New Zealand: Don’t get your hopes up and you’ll love it…

Recently people on the blogosphere and in the more mainstream media have been taking a look at what we’ve been doing on “Super-Mega-Ultra Revolutionary Desktop Environment Paradigm 4” and asking questions such as “Will it live up to the hype?”. Speaking frankly, we don’t know where this idea that Super-Mega-Ultra Revolutionary Desktop Environment Paradigm4 would be a super-mega-ultra revolution in the desktop environment paradigm has been coming from. Obviously Super-Mega-Ultra Revolutionary Desktop Environment Paradigm 4 won’t be a super-mega-ultra revolution in desktop environment paradigms and anyone who thinks that it possibly could did not understand the various blog posts we have written entitled “Super-Mega-Ultra Revolutionary Desktop Environment Paradigm 4 will be a super-mega-ultra revolution in desktop environment paradigms“, nor the conference talks entitled “The Super-Mega-Ultra Revolutionary Desktop Environment Paradigm is almost here” and missed the note on the website where we clearly denounced the idea that we were creating a new desktop environment paradigm. For those that missed it, I reproduce it in full here below:

In creating The Super-Mega-Ultra Revolutionary Desktop Environment Paradigm 4 we will be creating a super-mega-ultra revolution in the desktop environment paradigm. This will truely be a desktop environment paradigm to surpass all others.


 I don’t think we could have been clearer in communicating our intentions. So if, when we release Super-Mega-Ultra Revolutionary Desktop Environment Paradigm 4 in October, you feel cheated and let down that all we’ve done is change the icons round a bit and copied the widgets idea from Apple, well then you’ve only got yourselves to blame.

We Are Not The Real Revolutionaries

Someone called Troy posted a link to Kathy Sierra’s diagram about incremental vs revolutionary improvements and said it explained why KDE4 was so important, why the Ubuntu and GNOME release methodology was doomed to failure and the meaning of life.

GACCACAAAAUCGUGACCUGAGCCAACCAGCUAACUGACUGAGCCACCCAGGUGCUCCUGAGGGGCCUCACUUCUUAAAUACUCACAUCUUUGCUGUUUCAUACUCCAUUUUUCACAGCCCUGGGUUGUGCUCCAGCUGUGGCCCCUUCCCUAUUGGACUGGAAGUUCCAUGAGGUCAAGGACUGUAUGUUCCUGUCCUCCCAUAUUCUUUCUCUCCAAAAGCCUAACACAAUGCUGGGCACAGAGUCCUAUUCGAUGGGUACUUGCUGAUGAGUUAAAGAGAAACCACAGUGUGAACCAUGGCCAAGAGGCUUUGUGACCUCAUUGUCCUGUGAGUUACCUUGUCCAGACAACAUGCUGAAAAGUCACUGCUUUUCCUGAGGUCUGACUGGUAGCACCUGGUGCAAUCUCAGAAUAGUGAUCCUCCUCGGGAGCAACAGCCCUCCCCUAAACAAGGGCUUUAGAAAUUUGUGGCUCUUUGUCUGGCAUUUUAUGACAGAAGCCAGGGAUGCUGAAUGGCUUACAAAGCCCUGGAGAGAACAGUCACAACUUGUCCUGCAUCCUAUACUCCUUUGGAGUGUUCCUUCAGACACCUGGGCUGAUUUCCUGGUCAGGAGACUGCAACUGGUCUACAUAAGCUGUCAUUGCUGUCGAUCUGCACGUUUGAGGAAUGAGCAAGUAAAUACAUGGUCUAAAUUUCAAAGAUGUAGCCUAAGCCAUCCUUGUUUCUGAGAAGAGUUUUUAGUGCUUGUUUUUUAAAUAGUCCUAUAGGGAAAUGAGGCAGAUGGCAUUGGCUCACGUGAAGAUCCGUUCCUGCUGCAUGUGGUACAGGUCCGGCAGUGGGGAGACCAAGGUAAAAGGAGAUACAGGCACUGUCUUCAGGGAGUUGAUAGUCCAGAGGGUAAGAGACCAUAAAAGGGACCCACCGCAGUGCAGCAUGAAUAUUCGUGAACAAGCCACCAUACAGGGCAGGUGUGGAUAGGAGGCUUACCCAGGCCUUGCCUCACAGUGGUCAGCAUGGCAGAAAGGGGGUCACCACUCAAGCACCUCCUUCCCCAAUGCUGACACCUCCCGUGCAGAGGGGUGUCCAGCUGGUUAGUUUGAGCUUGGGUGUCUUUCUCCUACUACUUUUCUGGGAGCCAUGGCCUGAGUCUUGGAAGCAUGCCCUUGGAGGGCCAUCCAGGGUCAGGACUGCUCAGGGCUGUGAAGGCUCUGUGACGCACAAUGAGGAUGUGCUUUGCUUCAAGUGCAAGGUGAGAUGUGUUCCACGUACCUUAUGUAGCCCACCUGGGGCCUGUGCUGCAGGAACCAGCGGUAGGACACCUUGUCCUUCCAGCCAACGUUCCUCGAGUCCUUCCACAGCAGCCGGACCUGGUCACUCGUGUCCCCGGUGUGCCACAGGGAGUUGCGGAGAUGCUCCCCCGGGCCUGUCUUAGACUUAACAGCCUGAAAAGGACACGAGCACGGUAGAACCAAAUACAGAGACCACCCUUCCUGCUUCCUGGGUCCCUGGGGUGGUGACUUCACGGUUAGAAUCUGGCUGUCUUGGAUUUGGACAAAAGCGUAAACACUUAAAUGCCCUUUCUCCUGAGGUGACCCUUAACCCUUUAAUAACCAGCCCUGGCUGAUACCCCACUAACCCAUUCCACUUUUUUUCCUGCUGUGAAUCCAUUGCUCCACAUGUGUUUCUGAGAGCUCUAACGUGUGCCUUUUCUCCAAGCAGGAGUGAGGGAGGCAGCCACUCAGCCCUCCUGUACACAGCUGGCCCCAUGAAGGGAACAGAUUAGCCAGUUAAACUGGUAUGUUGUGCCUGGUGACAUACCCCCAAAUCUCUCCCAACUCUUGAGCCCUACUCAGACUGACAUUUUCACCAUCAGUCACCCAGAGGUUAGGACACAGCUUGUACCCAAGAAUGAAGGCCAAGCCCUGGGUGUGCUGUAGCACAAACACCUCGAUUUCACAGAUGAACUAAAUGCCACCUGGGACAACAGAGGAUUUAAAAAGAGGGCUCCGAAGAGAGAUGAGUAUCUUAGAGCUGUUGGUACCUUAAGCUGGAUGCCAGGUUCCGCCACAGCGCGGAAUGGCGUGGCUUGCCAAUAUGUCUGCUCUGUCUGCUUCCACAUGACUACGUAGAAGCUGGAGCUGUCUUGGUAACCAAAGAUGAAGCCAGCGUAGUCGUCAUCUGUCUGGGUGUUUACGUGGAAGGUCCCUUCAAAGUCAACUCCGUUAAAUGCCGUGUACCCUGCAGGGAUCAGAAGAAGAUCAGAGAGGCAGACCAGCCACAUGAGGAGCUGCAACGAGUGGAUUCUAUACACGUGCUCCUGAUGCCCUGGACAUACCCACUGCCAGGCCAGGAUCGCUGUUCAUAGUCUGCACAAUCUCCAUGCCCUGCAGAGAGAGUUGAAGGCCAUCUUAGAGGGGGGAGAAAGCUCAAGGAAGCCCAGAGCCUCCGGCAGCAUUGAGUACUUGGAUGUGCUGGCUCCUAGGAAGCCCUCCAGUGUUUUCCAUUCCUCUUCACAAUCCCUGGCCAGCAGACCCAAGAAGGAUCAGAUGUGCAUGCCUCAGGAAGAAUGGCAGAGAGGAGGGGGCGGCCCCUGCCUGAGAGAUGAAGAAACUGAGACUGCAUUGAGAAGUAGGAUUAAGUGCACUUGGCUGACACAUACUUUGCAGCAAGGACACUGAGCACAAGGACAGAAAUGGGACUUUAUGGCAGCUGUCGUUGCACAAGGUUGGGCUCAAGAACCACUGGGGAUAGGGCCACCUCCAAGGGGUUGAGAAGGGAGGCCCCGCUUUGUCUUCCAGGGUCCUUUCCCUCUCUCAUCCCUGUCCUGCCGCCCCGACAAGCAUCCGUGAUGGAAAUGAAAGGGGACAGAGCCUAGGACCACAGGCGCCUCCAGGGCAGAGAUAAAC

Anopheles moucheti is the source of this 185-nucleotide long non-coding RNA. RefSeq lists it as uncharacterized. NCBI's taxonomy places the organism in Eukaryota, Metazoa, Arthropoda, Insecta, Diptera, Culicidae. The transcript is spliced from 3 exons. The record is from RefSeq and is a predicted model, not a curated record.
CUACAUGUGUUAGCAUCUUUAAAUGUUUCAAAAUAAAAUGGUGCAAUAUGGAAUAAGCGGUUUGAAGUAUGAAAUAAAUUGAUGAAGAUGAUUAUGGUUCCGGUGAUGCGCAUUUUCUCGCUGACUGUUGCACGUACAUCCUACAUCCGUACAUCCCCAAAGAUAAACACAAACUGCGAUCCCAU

Now, to me, the diagram is worthless (and pretty ugly…) unless the “Big Frickin’ Wall” (1) or “Where you NEED to be” are defined. Troy has done neither, and just says that it shows that KDE4 is the right and only way to get over the wall. To me, KDE4’s methodology of clearing the wall is to take a large running jump and dive headfirst over it, leaving everything that you once had behind on the other side. That is certainly one way to clear it, and it is a very fun and exciting thing to do. The problem is that sometimes, if you don’t know what your target is, or whats on the other side of the wall you can miss and hit your head on the concrete.

There is another way to cross the wall and I present another ugly diagram to explain it (if I was any good with gimp/could be bothered I’d have made the steps fade gradually from the blue to the pink, but you get the idea…)


This way is safer, built on firm foundations and you still get to where you NEED to be and the steps taken are still revolutionary but revolutionary in small steps. The advantage of doing it this way is that its easy for people to follow you because they know they are still standing on what they are familiar with and in software terms things that they have already tested and found to be a good strong foundation.

So in response to Troy’s assertion that ” This is also why Gnome is just now starting to talk about their long term future”[2], the reason GNOME are starting to talk about their long term future goal is not so that we can take this running jump, but rather that we know what we’re aim for. And then once we know this, we can work out the best way to do it.

[1] Yey for mid90s Austin Powers inspired risqué humour.
[2] I also have issues with the implication that GNOME has not talked about their long term future before. I think in reality we set a goal way back in Copenhagen (in 2001, before gnome2) and have now seen that goal accomplished. Obviously now it is time to work out where to go to next.

Doing addition: Computers and paper

The Mystery

Some time ago I had a chance to talk with a carrot about the differences between mathematics in schools and mathematics in the future. The carrot was showing impressive demos using tiny fractions. One of the subjects we started arguing about was using CPU hardware to perform calculations as opposed to in the 1930s, where calculations always took place on the side of a piece of paper. The idea seemed tempting, though the practical benefits were unclear to me.


I decided to write a small benchmark to see what kind of speed differences we could be talking about. To see if the game is worth playing at all. As the testbed I’ve chosen one of the most fundamental bits of mathematics – addition. I implemented a 100% hw-accelerated version as a program running on the CPU. I compared it against a version written out on a piece of paper in two scenarios – myself doing the sum and my stuffed monkey. The following setup was used for the test

  • Thinkpad T40p
  • A time to add 100 random (pre-generated) numbers was measured
  • Sums were randomized with numbers between 0 and 640 and used a random coloured crayon.
  • Same set of sums was used in both examples
  • Auntie Alice was put off
  • An best of 3 test runs was taken

To cut a long joke short: Computer won, I was second and monkey still hasn’t finished. *SHOCK RESULT*